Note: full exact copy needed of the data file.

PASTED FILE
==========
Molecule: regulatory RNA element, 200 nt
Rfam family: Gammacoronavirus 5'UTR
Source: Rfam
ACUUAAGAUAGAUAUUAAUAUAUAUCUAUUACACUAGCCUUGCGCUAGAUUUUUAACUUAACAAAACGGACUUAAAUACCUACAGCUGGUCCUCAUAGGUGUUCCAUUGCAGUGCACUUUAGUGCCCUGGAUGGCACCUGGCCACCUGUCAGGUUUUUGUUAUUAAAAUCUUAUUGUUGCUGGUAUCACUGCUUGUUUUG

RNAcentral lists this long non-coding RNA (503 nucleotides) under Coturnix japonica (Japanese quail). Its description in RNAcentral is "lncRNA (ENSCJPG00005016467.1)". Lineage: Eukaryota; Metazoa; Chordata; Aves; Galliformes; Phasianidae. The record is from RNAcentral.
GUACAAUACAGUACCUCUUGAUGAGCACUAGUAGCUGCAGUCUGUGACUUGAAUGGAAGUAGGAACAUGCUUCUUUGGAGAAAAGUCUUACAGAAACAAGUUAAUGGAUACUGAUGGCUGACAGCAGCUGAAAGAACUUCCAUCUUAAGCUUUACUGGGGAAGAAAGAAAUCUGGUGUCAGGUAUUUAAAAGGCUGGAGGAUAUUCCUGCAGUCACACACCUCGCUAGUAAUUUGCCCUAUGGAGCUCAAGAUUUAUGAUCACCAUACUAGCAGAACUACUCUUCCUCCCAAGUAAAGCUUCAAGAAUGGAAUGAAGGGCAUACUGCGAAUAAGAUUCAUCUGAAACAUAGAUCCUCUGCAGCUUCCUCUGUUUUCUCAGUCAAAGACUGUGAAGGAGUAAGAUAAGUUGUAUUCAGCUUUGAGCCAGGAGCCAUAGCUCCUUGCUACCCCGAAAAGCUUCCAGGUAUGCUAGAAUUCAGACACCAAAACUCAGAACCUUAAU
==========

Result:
Molecule: regulatory RNA element, 200 nt
Rfam family: Gammacoronavirus 5'UTR
Source: Rfam
ACUUAAGAUAGAUAUUAAUAUAUAUCUAUUACACUAGCCUUGCGCUAGAUUUUUAACUUAACAAAACGGACUUAAAUACCUACAGCUGGUCCUCAUAGGUGUUCCAUUGCAGUGCACUUUAGUGCCCUGGAUGGCACCUGGCCACCUGUCAGGUUUUUGUUAUUAAAAUCUUAUUGUUGCUGGUAUCACUGCUUGUUUUG

RNAcentral lists this long non-coding RNA (503 nucleotides) under Coturnix japonica (Japanese quail). Its description in RNAcentral is "lncRNA (ENSCJPG00005016467.1)". Lineage: Eukaryota; Metazoa; Chordata; Aves; Galliformes; Phasianidae. The record is from RNAcentral.
GUACAAUACAGUACCUCUUGAUGAGCACUAGUAGCUGCAGUCUGUGACUUGAAUGGAAGUAGGAACAUGCUUCUUUGGAGAAAAGUCUUACAGAAACAAGUUAAUGGAUACUGAUGGCUGACAGCAGCUGAAAGAACUUCCAUCUUAAGCUUUACUGGGGAAGAAAGAAAUCUGGUGUCAGGUAUUUAAAAGGCUGGAGGAUAUUCCUGCAGUCACACACCUCGCUAGUAAUUUGCCCUAUGGAGCUCAAGAUUUAUGAUCACCAUACUAGCAGAACUACUCUUCCUCCCAAGUAAAGCUUCAAGAAUGGAAUGAAGGGCAUACUGCGAAUAAGAUUCAUCUGAAACAUAGAUCCUCUGCAGCUUCCUCUGUUUUCUCAGUCAAAGACUGUGAAGGAGUAAGAUAAGUUGUAUUCAGCUUUGAGCCAGGAGCCAUAGCUCCUUGCUACCCCGAAAAGCUUCCAGGUAUGCUAGAAUUCAGACACCAAAACUCAGAACCUUAAU